An important lesson I have learned is to focus on the journey, how they’ve got there is more important than using the product as an indicator of their success. They use questions to connect their learning. What do they already know? How can they connect this learning to other contexts? Link the purpose of the other things they’ve learned and reflect, reflect, reflect. The team continually refer to themselves as learners, continually making links to the traits and showing the students how they reflect and make connections. Reiterating the ‘common language’.
Creativity and the use of technology features hugely in their day. I liked how the planning for the next week was emailed to the students giving them opportunity to prepare and be focused. Nothing was a surprise. I noticed as the weeks went on more children seemed to access and view the daily planning. Was attending AoN changing behaviours?
The students are encouraged to use their IT skills to develop their project, whether exploring the web, emailing, blogging or creating a slide show. They are given the freedom and TIME to use technology for independent inquiry. I started to see the connections between different areas of learning, the interdisciplinary links; communication on the telephone, spelling, grammar and punctuation in emails inviting or thanking people, organising times to visit experts. I loved how the day was split up and planned, and breaking from the traditional method of time slots took away any barriers. Using alliterative words, Activate, Action, Analyse and Afterwards made it easy for the students to remember and summed up exactly what being achieved!
Okay… with all thoughts of having a year away from education, I am more inspired than ever to get back into the classroom. I am really curious to see how this approach would work in a Scottish primary school and how I would go about implementing it.
Involving learners in their own learning seems pretty straightforward and is at the heart of Scottish Education and our ‘Journey to Excellence’. HMiE declares that a school will be rated excellent, where among many things -
- their learners have choices
- can demonstrate links with previous learning
- solve problems
- show perseverance
- can use their learning out of the classroom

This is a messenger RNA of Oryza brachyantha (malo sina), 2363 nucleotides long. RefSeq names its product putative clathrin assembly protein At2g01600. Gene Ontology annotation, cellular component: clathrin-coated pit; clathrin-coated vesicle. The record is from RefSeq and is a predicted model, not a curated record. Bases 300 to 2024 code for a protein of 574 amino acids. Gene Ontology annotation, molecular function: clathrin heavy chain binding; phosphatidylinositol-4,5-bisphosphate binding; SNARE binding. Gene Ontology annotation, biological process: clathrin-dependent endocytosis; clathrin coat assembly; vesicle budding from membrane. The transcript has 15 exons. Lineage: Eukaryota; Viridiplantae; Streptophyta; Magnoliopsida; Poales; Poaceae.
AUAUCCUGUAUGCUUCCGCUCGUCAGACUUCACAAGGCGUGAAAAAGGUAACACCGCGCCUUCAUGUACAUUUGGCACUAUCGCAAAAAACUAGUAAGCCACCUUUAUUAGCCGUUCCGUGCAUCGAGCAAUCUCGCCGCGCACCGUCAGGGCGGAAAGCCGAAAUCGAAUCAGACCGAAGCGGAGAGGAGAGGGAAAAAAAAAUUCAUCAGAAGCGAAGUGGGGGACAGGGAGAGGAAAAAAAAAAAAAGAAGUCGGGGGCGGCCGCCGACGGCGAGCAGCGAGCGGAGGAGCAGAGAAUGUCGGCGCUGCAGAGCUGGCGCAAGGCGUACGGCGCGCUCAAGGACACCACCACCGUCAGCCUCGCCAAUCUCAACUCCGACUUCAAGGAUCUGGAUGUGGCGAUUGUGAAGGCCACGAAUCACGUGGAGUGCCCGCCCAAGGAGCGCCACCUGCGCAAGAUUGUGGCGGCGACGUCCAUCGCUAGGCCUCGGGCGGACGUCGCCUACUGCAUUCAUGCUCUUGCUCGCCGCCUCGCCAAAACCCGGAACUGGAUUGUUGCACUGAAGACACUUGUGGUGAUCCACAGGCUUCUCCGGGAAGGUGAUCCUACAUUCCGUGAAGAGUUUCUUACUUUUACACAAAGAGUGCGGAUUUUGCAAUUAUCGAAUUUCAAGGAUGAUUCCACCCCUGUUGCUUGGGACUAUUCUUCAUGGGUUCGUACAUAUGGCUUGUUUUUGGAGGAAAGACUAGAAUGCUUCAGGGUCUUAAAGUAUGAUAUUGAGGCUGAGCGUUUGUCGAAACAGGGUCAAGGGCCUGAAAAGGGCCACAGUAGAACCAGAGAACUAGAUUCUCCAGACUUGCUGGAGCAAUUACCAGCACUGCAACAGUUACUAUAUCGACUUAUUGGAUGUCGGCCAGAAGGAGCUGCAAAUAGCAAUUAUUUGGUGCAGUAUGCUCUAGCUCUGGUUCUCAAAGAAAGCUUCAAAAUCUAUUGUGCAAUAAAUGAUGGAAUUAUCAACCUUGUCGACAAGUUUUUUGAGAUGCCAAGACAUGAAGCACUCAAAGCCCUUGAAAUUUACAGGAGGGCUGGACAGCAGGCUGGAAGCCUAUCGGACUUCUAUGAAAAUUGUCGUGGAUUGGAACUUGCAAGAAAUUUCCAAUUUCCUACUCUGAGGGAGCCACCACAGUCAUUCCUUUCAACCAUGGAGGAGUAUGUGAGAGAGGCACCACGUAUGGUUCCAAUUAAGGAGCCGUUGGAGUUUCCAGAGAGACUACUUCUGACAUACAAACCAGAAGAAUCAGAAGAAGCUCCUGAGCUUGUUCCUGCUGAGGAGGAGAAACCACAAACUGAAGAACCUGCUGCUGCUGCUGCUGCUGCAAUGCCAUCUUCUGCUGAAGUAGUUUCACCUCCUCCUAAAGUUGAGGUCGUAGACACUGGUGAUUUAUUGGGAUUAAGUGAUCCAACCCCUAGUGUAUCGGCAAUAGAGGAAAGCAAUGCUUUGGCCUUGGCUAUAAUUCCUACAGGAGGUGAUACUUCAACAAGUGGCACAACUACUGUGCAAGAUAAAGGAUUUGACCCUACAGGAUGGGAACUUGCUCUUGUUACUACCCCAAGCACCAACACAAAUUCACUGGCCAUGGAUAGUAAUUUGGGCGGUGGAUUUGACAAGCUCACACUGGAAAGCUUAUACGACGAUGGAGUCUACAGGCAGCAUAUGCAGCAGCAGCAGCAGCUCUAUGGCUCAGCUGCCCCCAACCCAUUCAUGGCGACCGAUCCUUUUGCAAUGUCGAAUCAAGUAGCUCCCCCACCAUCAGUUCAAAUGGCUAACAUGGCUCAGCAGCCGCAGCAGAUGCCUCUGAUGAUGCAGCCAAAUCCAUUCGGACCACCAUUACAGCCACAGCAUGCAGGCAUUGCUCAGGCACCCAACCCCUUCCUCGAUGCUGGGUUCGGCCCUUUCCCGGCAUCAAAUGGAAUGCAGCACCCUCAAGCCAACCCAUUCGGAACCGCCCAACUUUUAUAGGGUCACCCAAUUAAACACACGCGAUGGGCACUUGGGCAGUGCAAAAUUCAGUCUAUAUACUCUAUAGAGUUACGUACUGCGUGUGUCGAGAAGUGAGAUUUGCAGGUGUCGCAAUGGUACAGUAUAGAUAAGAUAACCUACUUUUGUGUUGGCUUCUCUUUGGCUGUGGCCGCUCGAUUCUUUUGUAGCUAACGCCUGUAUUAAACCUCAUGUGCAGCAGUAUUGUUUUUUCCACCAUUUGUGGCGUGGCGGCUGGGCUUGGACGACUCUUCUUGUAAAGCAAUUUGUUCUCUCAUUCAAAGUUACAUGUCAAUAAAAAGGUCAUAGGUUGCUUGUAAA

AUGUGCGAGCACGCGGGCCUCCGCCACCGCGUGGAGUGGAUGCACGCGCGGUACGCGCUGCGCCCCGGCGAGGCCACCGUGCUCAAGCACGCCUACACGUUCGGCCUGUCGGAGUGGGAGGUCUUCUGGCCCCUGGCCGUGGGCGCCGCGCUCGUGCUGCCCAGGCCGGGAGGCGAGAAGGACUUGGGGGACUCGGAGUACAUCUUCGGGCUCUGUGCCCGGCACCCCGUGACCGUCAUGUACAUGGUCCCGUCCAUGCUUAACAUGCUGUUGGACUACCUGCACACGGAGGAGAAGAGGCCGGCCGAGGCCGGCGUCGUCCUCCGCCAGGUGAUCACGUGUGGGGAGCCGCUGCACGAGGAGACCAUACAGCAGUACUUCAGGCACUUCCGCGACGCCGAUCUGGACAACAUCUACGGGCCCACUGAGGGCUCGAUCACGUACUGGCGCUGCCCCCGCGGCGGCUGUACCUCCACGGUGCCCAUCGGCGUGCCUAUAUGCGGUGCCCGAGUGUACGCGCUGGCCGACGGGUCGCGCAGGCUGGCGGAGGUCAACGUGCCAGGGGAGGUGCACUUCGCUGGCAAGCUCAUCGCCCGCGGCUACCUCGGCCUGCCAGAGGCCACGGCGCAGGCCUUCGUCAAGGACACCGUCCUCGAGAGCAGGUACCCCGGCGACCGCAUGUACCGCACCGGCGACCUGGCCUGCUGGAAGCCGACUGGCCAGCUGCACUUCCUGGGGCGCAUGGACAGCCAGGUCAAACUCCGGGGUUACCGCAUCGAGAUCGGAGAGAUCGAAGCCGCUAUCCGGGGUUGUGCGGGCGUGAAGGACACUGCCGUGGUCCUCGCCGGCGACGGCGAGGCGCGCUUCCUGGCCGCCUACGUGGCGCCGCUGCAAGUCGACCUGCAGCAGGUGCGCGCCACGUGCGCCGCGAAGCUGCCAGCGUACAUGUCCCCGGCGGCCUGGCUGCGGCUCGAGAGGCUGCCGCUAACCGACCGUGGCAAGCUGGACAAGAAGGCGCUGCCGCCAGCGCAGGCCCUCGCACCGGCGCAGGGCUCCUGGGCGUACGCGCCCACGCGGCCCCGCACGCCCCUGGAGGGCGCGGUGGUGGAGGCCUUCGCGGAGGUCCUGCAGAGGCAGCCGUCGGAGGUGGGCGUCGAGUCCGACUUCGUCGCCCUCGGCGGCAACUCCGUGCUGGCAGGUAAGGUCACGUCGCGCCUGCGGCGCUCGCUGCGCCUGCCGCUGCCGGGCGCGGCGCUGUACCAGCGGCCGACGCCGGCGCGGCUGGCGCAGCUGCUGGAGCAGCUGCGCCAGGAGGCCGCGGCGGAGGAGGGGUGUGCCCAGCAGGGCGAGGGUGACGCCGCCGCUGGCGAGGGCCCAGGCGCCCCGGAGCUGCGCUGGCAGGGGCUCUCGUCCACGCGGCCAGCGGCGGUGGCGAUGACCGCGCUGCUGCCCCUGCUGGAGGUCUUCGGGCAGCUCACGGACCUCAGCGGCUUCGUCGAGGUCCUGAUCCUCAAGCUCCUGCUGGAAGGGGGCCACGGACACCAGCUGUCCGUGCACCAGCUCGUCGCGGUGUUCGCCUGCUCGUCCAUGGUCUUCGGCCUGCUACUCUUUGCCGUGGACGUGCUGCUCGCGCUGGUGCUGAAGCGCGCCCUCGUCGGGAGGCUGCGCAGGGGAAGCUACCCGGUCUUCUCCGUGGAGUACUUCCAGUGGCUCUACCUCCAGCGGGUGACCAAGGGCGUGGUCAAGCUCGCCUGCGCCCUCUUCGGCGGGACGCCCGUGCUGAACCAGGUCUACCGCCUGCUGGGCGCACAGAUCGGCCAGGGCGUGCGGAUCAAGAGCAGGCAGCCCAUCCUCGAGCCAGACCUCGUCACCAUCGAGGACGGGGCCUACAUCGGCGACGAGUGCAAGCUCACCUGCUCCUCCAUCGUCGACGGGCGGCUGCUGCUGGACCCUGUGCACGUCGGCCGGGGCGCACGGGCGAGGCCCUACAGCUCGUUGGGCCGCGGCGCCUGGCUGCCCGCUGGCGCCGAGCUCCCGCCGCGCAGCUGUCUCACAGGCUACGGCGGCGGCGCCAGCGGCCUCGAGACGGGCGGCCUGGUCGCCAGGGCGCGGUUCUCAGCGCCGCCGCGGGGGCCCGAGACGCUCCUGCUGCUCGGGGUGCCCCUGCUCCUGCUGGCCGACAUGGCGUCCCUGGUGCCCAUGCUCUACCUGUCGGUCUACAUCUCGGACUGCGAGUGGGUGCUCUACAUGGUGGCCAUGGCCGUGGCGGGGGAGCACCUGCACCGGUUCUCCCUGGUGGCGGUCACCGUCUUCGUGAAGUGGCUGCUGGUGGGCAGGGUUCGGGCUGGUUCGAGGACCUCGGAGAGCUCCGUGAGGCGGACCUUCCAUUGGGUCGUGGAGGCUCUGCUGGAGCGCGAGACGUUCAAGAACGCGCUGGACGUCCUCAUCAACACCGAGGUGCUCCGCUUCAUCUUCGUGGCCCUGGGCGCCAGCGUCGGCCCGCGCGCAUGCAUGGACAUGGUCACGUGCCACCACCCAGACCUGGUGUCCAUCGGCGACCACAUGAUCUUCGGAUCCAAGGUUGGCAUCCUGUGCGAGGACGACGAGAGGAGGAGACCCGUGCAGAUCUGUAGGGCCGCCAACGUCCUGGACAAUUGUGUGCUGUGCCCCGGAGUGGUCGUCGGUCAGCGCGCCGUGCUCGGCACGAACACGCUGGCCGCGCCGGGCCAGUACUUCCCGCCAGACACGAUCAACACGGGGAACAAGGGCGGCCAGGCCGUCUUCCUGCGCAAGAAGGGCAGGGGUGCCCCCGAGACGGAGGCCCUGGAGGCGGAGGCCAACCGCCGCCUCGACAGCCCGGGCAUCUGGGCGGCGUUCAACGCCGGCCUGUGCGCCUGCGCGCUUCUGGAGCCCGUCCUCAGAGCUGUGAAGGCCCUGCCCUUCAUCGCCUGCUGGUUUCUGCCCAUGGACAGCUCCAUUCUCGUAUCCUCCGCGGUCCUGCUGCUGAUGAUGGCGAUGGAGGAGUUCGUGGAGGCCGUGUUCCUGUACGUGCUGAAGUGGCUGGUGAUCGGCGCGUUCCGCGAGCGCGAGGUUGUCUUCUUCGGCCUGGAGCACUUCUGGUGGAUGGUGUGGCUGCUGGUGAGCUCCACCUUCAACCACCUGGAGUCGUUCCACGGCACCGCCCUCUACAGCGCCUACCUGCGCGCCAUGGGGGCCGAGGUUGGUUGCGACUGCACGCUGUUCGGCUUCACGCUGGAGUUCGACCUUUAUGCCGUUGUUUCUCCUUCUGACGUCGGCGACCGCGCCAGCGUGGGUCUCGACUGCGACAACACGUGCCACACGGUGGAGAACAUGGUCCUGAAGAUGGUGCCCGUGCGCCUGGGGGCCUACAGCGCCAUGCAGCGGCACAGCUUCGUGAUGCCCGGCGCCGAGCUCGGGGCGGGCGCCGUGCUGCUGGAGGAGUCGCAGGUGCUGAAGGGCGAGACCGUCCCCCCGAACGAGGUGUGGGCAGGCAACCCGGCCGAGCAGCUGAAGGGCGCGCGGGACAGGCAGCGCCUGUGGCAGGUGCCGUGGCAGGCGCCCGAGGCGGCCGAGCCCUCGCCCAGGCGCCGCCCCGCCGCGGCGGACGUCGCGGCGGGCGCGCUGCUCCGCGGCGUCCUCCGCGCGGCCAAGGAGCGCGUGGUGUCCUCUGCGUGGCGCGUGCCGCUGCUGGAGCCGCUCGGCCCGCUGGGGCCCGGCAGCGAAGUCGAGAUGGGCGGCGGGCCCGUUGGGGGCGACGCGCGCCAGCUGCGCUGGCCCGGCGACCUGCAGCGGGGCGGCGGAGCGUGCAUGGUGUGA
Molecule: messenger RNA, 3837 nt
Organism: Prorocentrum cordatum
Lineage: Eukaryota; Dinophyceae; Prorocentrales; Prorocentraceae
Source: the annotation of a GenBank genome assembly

- are supported in their reflection
- are leaders in their own learning
Isn’t this exactly what AoN is all about? Where the teachers are role models reflecting on their own practice AND feedback from their students about how successful their lessons have been.
I am really excited to share this experience with my colleagues and our cluster network of schools and hopefully start identifying children who would really benefit from an AoN type approach, being able to make their own choices and control their learning, but with a guided framework. Letting them explore their passions and possibly finding some experts we didn’t know about!
Reflecting on my own classroom practice has made me think, I need to
· give more ownership of learning to my students
· make learning more challenging
· including more creative and investigative opportunities
· give the students the freedom to use technology to learn
· make sure I fully demonstrate links with other areas of the curriculum
· think about the questioning of my students and how this will lead to their own inquiry
· give lots of time for reflection and not just use it as a plenary tool
· allow my students some time to decide what and how they want to learn, but with responsibility of how they will demonstrate it
· use my community more, tap into all the experts we are sure to have around our school and surrounding area, teachers don’t know everything!
Clearly there will be barriers, but I am an active learner and I will show resilience. I’ll let you know how it goes!!